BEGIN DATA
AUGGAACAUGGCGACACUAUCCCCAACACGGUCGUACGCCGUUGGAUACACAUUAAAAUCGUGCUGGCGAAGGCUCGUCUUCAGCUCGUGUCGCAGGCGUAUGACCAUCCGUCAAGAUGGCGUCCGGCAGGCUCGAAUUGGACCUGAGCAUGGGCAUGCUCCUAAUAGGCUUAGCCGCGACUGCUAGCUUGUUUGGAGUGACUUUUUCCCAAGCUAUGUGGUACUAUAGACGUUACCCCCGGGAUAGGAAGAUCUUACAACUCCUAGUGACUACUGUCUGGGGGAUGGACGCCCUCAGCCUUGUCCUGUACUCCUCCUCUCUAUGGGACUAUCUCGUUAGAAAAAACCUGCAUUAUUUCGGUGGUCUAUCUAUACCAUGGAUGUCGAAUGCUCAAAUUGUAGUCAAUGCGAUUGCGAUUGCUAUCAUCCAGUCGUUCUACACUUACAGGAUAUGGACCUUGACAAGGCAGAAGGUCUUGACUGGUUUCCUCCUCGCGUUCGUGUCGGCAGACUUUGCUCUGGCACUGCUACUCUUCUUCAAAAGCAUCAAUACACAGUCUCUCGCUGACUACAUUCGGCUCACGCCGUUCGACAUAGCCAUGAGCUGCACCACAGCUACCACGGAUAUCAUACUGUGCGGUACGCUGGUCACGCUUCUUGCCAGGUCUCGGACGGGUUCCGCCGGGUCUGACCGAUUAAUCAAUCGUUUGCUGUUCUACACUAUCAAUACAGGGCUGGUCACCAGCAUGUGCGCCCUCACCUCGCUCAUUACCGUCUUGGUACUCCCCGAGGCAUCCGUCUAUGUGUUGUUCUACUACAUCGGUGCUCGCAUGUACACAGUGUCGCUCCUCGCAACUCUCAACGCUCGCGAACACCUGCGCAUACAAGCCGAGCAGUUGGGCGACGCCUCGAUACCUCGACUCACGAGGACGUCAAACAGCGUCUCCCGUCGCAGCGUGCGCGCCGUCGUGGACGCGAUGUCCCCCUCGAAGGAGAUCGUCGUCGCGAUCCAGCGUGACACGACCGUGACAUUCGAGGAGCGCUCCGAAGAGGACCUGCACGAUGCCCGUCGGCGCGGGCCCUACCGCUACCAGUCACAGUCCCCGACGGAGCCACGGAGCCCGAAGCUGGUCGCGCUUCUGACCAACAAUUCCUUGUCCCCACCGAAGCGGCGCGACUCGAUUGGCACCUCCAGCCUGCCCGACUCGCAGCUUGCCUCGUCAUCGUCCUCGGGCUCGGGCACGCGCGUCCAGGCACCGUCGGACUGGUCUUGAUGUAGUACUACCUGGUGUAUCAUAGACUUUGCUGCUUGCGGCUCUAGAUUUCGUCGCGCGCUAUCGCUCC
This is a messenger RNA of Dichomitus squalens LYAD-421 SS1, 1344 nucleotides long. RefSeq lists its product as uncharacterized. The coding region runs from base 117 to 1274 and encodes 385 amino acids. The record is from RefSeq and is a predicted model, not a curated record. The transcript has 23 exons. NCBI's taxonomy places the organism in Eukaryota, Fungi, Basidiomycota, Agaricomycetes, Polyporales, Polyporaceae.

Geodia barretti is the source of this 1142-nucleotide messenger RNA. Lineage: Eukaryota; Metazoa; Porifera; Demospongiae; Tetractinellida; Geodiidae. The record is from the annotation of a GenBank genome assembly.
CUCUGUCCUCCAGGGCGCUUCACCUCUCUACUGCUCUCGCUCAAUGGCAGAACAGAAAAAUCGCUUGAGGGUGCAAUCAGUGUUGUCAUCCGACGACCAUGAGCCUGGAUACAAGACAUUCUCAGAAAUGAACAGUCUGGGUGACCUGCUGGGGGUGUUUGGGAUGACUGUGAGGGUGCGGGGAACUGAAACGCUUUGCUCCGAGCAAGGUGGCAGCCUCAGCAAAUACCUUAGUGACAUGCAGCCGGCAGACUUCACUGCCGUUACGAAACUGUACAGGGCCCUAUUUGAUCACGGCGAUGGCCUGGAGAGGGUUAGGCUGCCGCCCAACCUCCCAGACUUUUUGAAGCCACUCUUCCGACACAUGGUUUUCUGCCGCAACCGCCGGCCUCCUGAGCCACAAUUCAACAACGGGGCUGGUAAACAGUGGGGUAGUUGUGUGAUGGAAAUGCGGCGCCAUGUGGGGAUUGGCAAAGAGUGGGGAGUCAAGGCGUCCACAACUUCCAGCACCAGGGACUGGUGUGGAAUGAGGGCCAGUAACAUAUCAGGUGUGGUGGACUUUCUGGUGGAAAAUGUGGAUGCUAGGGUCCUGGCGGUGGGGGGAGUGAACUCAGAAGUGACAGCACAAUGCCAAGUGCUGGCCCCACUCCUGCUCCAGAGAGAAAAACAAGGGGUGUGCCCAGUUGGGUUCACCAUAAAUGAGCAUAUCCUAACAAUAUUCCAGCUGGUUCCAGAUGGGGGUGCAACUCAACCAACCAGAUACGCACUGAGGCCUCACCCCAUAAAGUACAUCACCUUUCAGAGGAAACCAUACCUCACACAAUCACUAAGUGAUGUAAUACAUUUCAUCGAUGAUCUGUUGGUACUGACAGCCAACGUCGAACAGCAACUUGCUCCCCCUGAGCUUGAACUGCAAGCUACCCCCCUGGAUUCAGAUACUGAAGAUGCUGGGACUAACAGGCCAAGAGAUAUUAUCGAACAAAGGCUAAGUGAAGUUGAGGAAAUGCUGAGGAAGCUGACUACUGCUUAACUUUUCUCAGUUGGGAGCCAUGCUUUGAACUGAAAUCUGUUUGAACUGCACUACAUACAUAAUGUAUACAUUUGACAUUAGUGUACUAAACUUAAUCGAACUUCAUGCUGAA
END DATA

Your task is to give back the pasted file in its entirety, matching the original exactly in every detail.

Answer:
AUGGAACAUGGCGACACUAUCCCCAACACGGUCGUACGCCGUUGGAUACACAUUAAAAUCGUGCUGGCGAAGGCUCGUCUUCAGCUCGUGUCGCAGGCGUAUGACCAUCCGUCAAGAUGGCGUCCGGCAGGCUCGAAUUGGACCUGAGCAUGGGCAUGCUCCUAAUAGGCUUAGCCGCGACUGCUAGCUUGUUUGGAGUGACUUUUUCCCAAGCUAUGUGGUACUAUAGACGUUACCCCCGGGAUAGGAAGAUCUUACAACUCCUAGUGACUACUGUCUGGGGGAUGGACGCCCUCAGCCUUGUCCUGUACUCCUCCUCUCUAUGGGACUAUCUCGUUAGAAAAAACCUGCAUUAUUUCGGUGGUCUAUCUAUACCAUGGAUGUCGAAUGCUCAAAUUGUAGUCAAUGCGAUUGCGAUUGCUAUCAUCCAGUCGUUCUACACUUACAGGAUAUGGACCUUGACAAGGCAGAAGGUCUUGACUGGUUUCCUCCUCGCGUUCGUGUCGGCAGACUUUGCUCUGGCACUGCUACUCUUCUUCAAAAGCAUCAAUACACAGUCUCUCGCUGACUACAUUCGGCUCACGCCGUUCGACAUAGCCAUGAGCUGCACCACAGCUACCACGGAUAUCAUACUGUGCGGUACGCUGGUCACGCUUCUUGCCAGGUCUCGGACGGGUUCCGCCGGGUCUGACCGAUUAAUCAAUCGUUUGCUGUUCUACACUAUCAAUACAGGGCUGGUCACCAGCAUGUGCGCCCUCACCUCGCUCAUUACCGUCUUGGUACUCCCCGAGGCAUCCGUCUAUGUGUUGUUCUACUACAUCGGUGCUCGCAUGUACACAGUGUCGCUCCUCGCAACUCUCAACGCUCGCGAACACCUGCGCAUACAAGCCGAGCAGUUGGGCGACGCCUCGAUACCUCGACUCACGAGGACGUCAAACAGCGUCUCCCGUCGCAGCGUGCGCGCCGUCGUGGACGCGAUGUCCCCCUCGAAGGAGAUCGUCGUCGCGAUCCAGCGUGACACGACCGUGACAUUCGAGGAGCGCUCCGAAGAGGACCUGCACGAUGCCCGUCGGCGCGGGCCCUACCGCUACCAGUCACAGUCCCCGACGGAGCCACGGAGCCCGAAGCUGGUCGCGCUUCUGACCAACAAUUCCUUGUCCCCACCGAAGCGGCGCGACUCGAUUGGCACCUCCAGCCUGCCCGACUCGCAGCUUGCCUCGUCAUCGUCCUCGGGCUCGGGCACGCGCGUCCAGGCACCGUCGGACUGGUCUUGAUGUAGUACUACCUGGUGUAUCAUAGACUUUGCUGCUUGCGGCUCUAGAUUUCGUCGCGCGCUAUCGCUCC
This is a messenger RNA of Dichomitus squalens LYAD-421 SS1, 1344 nucleotides long. RefSeq lists its product as uncharacterized. The coding region runs from base 117 to 1274 and encodes 385 amino acids. The record is from RefSeq and is a predicted model, not a curated record. The transcript has 23 exons. NCBI's taxonomy places the organism in Eukaryota, Fungi, Basidiomycota, Agaricomycetes, Polyporales, Polyporaceae.

Geodia barretti is the source of this 1142-nucleotide messenger RNA. Lineage: Eukaryota; Metazoa; Porifera; Demospongiae; Tetractinellida; Geodiidae. The record is from the annotation of a GenBank genome assembly.
CUCUGUCCUCCAGGGCGCUUCACCUCUCUACUGCUCUCGCUCAAUGGCAGAACAGAAAAAUCGCUUGAGGGUGCAAUCAGUGUUGUCAUCCGACGACCAUGAGCCUGGAUACAAGACAUUCUCAGAAAUGAACAGUCUGGGUGACCUGCUGGGGGUGUUUGGGAUGACUGUGAGGGUGCGGGGAACUGAAACGCUUUGCUCCGAGCAAGGUGGCAGCCUCAGCAAAUACCUUAGUGACAUGCAGCCGGCAGACUUCACUGCCGUUACGAAACUGUACAGGGCCCUAUUUGAUCACGGCGAUGGCCUGGAGAGGGUUAGGCUGCCGCCCAACCUCCCAGACUUUUUGAAGCCACUCUUCCGACACAUGGUUUUCUGCCGCAACCGCCGGCCUCCUGAGCCACAAUUCAACAACGGGGCUGGUAAACAGUGGGGUAGUUGUGUGAUGGAAAUGCGGCGCCAUGUGGGGAUUGGCAAAGAGUGGGGAGUCAAGGCGUCCACAACUUCCAGCACCAGGGACUGGUGUGGAAUGAGGGCCAGUAACAUAUCAGGUGUGGUGGACUUUCUGGUGGAAAAUGUGGAUGCUAGGGUCCUGGCGGUGGGGGGAGUGAACUCAGAAGUGACAGCACAAUGCCAAGUGCUGGCCCCACUCCUGCUCCAGAGAGAAAAACAAGGGGUGUGCCCAGUUGGGUUCACCAUAAAUGAGCAUAUCCUAACAAUAUUCCAGCUGGUUCCAGAUGGGGGUGCAACUCAACCAACCAGAUACGCACUGAGGCCUCACCCCAUAAAGUACAUCACCUUUCAGAGGAAACCAUACCUCACACAAUCACUAAGUGAUGUAAUACAUUUCAUCGAUGAUCUGUUGGUACUGACAGCCAACGUCGAACAGCAACUUGCUCCCCCUGAGCUUGAACUGCAAGCUACCCCCCUGGAUUCAGAUACUGAAGAUGCUGGGACUAACAGGCCAAGAGAUAUUAUCGAACAAAGGCUAAGUGAAGUUGAGGAAAUGCUGAGGAAGCUGACUACUGCUUAACUUUUCUCAGUUGGGAGCCAUGCUUUGAACUGAAAUCUGUUUGAACUGCACUACAUACAUAAUGUAUACAUUUGACAUUAGUGUACUAAACUUAAUCGAACUUCAUGCUGAA